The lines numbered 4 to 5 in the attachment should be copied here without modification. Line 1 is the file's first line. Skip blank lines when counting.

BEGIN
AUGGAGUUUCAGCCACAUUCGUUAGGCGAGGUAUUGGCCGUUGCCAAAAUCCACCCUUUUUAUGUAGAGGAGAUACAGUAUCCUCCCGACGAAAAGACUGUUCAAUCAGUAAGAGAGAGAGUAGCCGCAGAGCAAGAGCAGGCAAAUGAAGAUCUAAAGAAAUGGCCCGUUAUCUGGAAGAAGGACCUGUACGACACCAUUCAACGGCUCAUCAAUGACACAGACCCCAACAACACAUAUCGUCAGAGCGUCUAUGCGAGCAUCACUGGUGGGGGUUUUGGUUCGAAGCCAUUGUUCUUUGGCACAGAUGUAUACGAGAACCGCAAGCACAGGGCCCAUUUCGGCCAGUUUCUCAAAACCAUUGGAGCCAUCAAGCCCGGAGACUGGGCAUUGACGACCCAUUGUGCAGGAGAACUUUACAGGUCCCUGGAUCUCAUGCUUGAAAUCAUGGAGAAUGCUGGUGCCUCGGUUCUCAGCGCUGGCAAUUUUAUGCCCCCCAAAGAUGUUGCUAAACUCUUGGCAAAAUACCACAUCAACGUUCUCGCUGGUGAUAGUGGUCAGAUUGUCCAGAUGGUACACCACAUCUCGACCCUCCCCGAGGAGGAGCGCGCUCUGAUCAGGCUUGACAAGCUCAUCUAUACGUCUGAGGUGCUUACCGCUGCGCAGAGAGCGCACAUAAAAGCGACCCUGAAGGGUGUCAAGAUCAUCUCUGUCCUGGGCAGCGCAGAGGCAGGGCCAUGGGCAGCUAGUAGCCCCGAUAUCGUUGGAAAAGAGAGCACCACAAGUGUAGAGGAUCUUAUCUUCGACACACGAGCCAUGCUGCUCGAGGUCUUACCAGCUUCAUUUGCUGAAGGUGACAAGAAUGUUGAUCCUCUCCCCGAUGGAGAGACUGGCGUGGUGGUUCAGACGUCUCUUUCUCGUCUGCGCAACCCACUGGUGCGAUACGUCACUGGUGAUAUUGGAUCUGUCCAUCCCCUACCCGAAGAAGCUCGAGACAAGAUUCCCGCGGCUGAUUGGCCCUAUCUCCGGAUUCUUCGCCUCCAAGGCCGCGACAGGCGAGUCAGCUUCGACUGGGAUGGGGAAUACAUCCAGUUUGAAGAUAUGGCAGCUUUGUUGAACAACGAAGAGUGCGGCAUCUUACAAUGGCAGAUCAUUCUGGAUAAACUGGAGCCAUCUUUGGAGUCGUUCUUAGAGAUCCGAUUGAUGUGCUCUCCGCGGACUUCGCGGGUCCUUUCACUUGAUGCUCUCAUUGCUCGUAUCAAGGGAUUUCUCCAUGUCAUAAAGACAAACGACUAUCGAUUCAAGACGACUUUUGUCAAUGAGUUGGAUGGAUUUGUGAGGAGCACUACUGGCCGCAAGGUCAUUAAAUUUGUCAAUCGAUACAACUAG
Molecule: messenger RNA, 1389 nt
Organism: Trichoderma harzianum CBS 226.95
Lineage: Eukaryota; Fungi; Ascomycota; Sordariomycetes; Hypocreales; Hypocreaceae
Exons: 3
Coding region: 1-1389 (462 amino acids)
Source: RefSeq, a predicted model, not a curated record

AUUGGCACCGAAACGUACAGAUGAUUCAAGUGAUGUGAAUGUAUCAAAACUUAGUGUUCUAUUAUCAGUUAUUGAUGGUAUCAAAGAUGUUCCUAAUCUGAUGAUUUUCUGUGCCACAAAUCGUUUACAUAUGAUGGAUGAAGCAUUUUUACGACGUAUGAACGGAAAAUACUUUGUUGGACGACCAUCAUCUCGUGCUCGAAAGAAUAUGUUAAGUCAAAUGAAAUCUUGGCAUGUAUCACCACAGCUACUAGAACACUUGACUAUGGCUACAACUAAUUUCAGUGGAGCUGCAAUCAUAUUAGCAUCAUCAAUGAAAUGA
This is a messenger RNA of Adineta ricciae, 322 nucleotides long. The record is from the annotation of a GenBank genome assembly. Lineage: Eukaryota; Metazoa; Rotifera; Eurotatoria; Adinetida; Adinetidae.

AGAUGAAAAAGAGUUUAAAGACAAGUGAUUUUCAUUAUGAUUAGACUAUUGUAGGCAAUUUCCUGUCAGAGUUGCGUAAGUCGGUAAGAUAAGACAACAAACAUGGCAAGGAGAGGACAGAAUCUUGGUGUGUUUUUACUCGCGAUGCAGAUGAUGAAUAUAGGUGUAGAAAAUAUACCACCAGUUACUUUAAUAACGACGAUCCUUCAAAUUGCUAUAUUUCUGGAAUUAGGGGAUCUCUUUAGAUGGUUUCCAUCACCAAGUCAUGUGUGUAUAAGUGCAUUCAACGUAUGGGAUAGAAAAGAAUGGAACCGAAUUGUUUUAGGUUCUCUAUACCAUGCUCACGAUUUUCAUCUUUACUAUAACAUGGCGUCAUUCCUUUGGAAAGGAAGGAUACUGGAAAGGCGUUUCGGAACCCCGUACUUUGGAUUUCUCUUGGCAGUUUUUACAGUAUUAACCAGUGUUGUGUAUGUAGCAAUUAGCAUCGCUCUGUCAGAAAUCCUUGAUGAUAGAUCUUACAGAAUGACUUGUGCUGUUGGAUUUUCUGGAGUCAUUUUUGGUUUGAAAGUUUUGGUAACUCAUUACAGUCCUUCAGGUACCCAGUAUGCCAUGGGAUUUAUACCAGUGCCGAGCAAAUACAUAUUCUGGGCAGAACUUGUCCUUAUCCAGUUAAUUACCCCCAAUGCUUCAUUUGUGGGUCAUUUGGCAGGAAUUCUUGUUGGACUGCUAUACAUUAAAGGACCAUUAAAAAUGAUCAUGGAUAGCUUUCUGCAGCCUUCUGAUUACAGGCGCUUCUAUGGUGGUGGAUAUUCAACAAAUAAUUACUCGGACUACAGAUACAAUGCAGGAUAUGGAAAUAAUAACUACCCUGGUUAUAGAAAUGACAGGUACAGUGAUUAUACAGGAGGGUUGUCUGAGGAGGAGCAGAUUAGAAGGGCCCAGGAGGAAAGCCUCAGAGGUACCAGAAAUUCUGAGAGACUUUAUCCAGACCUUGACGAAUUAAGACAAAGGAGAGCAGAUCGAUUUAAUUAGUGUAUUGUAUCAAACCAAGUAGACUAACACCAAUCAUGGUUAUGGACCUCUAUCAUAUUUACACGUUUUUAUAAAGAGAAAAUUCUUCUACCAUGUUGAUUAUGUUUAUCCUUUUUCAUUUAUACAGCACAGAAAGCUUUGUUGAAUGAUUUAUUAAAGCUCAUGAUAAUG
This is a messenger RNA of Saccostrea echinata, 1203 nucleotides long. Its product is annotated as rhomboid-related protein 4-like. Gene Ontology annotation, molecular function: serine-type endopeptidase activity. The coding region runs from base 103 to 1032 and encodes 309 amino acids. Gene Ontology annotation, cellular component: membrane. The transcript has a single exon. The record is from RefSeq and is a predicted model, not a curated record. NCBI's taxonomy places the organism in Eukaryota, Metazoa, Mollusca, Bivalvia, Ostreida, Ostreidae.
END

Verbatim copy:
Lineage: Eukaryota; Fungi; Ascomycota; Sordariomycetes; Hypocreales; Hypocreaceae
Exons: 3